By John Short
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Extra resources for The Urban Arena: Capital, State and Community in Contemporary Britain
In the current recession, therefore, it is scarcely surprising that youth unemployment should be such a significant feature. 25 million of the officially declared unemployed were aged under 25 and this figure did not include the 280,000 people on youth opportunity programmes. The position of school-leavers is particularly actute and by 1983 only one in three school-leavers was likely to find a job. The unskilled and semi-skilled are particularly badly hit by the introduction of labour-saving machines, but so too are the skilled workers in the declining manufacturing sectors.
In Britain, however, industrial capital has not sought to maintain its power over the workforce through incomes policies or through direct control of legal sanctions. Incomes policies can easily become part of a wider strategy of controlling profits, prices and investment strategies, and companies do not want to be in the front line of taking their own workforce to court: so firms have sought to shift the onus oflegal action onto the state. rvative's Employment Acts of 1980 and 1982 all ofwhich had to reckon with the power of the trade The Response of Capital 45 unions.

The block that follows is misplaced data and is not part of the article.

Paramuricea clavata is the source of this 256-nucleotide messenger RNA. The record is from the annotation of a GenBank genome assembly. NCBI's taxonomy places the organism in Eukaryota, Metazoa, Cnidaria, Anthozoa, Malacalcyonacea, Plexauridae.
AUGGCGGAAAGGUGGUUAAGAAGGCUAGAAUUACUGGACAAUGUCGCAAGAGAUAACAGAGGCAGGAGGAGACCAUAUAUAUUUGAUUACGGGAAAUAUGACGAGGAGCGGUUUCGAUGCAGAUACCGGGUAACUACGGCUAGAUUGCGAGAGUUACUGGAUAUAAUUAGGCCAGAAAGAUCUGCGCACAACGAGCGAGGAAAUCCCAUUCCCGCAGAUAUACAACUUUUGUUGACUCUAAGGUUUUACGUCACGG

Most major corporations now have a number of interests in different sectors of the economy. Risk is spread wider while the multiplicity of holdings allows the company to respond rapidly to variations in profitability. Capital can be withdrawn from unprofitable sectors and quickly switched to more profitable ones, all under the same corporate umbrella. The international dimension. The major British companies are multinational. Just over 20 per cent of the largest multinationals are British. 1. The international dimension is an important characteristic of British corporations.